France has become the latest country to announce plans to withdraw from an investment treaty in a sign of growing rebellion in the EU over an accord that activists say deters tougher action to address climate change.
President Emmanuel Macron said on Friday that France had decided to withdraw from the Energy Charter Treaty, an accord crafted after the Cold War that protects energy investments, including fossil fuel projects, by foreign companies or individuals. Climate campaigners say it dissuades governments from phasing out fossil fuels for fear of legal action.
“This is coherent with our European climate strategy,” said Macron. “To that end, I want to announce clearly that France has decided to withdraw from the treaty, which was an important step demanded by many and that we have been working towards.”
Remaining part of the treaty was incompatible with “cutting carbon emissions through 2030 as called for in the Paris accords”, said an independent French climate advisory body that recommended the withdrawal. Macron has put opening new nuclear plants and building more renewable energy capacity at the centre of his energy strategy.
Amandine Van den Berghe, trade and environment lawyer at ClientEarth, said France’s exit was “another blow to the ECT and really it shows how difficult it will be for the EU itself as a party to stay in the treaty.”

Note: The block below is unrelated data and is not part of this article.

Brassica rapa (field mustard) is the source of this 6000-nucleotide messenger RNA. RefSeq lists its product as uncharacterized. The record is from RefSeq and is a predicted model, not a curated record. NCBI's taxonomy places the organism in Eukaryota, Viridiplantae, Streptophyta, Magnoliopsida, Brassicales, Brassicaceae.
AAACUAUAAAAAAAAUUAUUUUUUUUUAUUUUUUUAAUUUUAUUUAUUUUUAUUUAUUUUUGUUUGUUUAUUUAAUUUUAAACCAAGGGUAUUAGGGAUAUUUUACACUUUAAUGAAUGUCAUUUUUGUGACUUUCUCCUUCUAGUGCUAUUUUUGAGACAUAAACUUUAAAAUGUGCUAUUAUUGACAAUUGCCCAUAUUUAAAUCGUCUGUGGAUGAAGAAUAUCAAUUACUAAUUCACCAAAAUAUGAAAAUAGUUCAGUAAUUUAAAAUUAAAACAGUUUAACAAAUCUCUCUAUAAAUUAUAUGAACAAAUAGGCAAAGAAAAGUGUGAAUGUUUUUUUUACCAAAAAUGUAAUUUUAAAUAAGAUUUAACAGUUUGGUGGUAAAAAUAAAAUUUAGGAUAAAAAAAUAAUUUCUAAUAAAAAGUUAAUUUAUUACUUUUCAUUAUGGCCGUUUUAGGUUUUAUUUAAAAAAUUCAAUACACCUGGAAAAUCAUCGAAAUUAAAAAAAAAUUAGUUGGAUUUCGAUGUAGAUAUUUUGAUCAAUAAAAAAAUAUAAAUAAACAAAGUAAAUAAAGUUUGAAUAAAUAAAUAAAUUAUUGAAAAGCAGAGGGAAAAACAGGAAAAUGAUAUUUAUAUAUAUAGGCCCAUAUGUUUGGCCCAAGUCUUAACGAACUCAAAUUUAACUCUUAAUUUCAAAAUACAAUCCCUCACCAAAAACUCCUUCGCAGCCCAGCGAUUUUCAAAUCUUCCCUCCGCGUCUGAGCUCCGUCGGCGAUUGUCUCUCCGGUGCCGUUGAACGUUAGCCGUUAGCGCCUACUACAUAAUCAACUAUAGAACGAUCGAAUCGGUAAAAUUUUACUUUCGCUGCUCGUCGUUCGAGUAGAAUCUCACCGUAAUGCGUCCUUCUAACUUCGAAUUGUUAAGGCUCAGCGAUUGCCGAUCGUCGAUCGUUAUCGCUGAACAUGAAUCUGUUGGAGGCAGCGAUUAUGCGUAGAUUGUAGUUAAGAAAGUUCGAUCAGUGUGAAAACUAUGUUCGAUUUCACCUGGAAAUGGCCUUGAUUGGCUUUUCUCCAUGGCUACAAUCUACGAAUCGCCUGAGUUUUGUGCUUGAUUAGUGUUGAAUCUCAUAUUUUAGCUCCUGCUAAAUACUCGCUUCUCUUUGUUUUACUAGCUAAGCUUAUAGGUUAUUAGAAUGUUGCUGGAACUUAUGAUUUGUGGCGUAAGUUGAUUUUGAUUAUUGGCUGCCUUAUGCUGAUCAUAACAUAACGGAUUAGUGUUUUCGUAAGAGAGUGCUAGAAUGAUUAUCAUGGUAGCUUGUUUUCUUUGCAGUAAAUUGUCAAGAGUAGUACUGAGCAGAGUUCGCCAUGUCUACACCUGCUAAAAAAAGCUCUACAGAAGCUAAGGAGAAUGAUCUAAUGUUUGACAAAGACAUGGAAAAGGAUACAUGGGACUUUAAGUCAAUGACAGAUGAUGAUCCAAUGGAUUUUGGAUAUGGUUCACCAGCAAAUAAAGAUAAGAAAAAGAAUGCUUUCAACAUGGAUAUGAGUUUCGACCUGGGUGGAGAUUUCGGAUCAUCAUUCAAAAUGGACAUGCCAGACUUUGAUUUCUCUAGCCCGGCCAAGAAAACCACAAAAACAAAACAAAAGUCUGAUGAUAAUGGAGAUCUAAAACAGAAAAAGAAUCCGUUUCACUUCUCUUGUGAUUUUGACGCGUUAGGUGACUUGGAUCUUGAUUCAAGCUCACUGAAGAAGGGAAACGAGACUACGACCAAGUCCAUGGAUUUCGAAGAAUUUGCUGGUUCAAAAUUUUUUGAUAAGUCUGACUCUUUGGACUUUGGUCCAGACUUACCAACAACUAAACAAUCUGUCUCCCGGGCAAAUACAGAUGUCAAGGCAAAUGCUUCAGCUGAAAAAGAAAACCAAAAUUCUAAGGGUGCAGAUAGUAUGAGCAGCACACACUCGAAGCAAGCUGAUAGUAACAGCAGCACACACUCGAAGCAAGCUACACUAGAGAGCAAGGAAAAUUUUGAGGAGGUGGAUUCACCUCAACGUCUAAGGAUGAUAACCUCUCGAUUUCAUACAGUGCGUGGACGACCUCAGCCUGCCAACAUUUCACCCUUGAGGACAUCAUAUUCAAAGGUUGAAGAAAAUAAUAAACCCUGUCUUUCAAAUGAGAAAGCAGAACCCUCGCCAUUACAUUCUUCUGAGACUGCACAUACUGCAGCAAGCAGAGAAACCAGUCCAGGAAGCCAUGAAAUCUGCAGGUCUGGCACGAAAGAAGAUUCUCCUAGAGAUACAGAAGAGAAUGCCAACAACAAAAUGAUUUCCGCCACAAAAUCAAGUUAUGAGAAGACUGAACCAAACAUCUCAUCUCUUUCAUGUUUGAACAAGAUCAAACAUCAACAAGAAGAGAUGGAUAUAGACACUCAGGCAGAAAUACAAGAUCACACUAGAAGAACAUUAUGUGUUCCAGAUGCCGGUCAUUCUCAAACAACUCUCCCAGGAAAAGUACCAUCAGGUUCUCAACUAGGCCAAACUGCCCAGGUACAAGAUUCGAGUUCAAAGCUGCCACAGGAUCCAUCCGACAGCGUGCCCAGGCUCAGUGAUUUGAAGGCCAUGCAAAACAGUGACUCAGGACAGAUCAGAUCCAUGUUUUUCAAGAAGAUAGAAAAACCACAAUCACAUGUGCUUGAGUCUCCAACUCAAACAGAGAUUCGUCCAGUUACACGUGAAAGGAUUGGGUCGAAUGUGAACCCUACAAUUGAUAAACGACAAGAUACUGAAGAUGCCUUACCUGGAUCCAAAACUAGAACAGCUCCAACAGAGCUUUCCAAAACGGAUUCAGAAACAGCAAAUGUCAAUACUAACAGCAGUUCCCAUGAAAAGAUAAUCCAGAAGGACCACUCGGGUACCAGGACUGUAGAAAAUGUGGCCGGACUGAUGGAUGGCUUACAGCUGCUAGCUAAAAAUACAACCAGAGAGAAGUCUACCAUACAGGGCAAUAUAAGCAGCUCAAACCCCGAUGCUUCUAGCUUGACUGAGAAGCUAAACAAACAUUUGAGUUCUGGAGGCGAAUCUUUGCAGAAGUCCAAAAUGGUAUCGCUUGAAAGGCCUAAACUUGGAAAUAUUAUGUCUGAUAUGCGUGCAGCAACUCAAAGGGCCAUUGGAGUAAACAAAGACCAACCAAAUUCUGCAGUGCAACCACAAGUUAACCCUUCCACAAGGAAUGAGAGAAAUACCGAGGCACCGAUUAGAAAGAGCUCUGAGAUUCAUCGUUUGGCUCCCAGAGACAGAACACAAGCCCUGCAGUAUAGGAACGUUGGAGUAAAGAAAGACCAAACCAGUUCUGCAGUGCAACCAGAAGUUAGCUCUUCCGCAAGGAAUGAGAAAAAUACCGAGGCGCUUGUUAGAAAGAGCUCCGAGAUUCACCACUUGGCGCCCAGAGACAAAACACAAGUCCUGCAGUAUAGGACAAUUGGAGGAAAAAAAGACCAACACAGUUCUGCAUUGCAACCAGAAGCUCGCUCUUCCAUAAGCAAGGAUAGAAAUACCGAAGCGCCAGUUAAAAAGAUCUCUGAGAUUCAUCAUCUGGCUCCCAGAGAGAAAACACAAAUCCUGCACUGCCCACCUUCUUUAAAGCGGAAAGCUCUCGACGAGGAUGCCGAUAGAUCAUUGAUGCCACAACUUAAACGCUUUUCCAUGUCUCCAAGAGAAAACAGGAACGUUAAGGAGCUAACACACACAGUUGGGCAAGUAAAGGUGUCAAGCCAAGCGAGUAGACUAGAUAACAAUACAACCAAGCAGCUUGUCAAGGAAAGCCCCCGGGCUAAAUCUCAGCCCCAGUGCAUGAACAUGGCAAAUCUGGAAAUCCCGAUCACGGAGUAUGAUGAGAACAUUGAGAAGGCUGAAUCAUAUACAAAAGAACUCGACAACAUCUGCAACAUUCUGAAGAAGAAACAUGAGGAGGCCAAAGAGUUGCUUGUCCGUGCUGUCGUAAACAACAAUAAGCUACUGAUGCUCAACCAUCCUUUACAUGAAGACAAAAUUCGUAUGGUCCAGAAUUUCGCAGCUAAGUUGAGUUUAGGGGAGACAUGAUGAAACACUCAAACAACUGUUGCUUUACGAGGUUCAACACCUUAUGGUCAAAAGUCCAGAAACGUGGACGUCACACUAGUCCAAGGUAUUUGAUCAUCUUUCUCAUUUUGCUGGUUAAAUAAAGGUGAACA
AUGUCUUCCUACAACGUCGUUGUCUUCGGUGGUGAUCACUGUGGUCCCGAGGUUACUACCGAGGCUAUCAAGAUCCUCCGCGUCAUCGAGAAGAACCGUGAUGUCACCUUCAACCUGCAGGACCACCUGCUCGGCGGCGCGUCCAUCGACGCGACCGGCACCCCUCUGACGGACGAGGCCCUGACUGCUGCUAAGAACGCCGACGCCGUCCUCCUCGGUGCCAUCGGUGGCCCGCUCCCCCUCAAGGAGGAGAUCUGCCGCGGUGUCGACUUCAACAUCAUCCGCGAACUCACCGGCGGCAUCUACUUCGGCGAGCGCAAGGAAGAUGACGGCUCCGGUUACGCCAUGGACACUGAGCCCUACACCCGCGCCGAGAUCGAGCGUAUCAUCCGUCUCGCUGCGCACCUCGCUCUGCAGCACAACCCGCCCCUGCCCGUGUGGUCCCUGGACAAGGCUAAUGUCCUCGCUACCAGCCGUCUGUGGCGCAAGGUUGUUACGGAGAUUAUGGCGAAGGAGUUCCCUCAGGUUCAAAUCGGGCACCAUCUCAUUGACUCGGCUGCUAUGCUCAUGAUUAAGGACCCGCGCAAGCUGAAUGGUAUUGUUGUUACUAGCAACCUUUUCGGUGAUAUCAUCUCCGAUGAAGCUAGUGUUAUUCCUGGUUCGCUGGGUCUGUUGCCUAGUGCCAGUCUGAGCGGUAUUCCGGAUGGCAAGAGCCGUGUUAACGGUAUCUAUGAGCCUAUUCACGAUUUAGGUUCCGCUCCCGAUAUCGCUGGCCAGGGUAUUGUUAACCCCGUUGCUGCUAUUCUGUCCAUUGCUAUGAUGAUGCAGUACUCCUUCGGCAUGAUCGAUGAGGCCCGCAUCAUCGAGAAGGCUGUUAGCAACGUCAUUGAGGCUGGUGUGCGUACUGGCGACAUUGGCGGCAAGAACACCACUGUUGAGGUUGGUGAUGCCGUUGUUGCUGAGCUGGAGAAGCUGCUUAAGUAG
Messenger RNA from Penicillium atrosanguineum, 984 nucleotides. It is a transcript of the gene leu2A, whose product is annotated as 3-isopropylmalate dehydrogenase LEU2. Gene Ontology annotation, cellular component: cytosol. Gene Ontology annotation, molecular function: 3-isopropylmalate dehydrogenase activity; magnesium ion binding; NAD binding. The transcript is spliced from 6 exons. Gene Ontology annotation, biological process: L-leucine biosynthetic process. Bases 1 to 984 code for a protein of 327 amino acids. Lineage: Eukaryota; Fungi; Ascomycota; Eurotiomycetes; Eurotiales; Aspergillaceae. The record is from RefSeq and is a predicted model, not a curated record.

She said that the treaty brought “too much risk” to governments trying to pursue climate-friendly policies and there was “no evidence that this treaty has attracted beneficial investment flows”.
Moves by the EU and UK to modernise the treaty have met opposition from lawmakers in many European states, who argue the revised treaty does not go far enough in phasing out protections for fossil fuels.
France’s decision followed recent announcements by the Netherlands, Spain and Poland of plans to withdraw from the treaty.
Investors may sue states that are signatories of the pact, which covers more than 50 countries as well as the EU, if they believe their assets are under threat from legislative or policy changes. Three energy groups, including Germany’s RWE, are in the process of suing three European governments in relation to fossil fuel investments.
Italy withdrew from the pact in 2016, but remains bound by a 20-year sunset clause. Germany is also considering plans to exit the treaty.
The EU and UK have pushed for the treaty to be “modernised”, and an agreement in principle on a revised version of the text was agreed in June. However, the updated text, which is yet to be ratified, would continue to protect coal, oil and gas investments in the EU and UK for 10 years after it comes into force. It would also protect new fossil fuel investments made before August 2023.
The revised text must be approved by all signatories. The growing number of EU countries that have objected to the updated text has put Brussels in an awkward position, since some member states such as Austria and Luxembourg remain supportive of it.
The EU this month moved to bar the treaty from being used within the bloc, arguing that it was incompatible with the single market. The proposal must be approved by a majority of the bloc’s 27 member states and has not prevented the European Commission pushing ahead with efforts to revamp the pact.
Sabine Weyand, head of the commission’s trade directorate, tweeted on Thursday that “EU member states are better off in all respects under the reformed treaty than if they withdraw from the current one”, arguing that it was “the only treaty of its kind to provide protection for renewable energy investments”.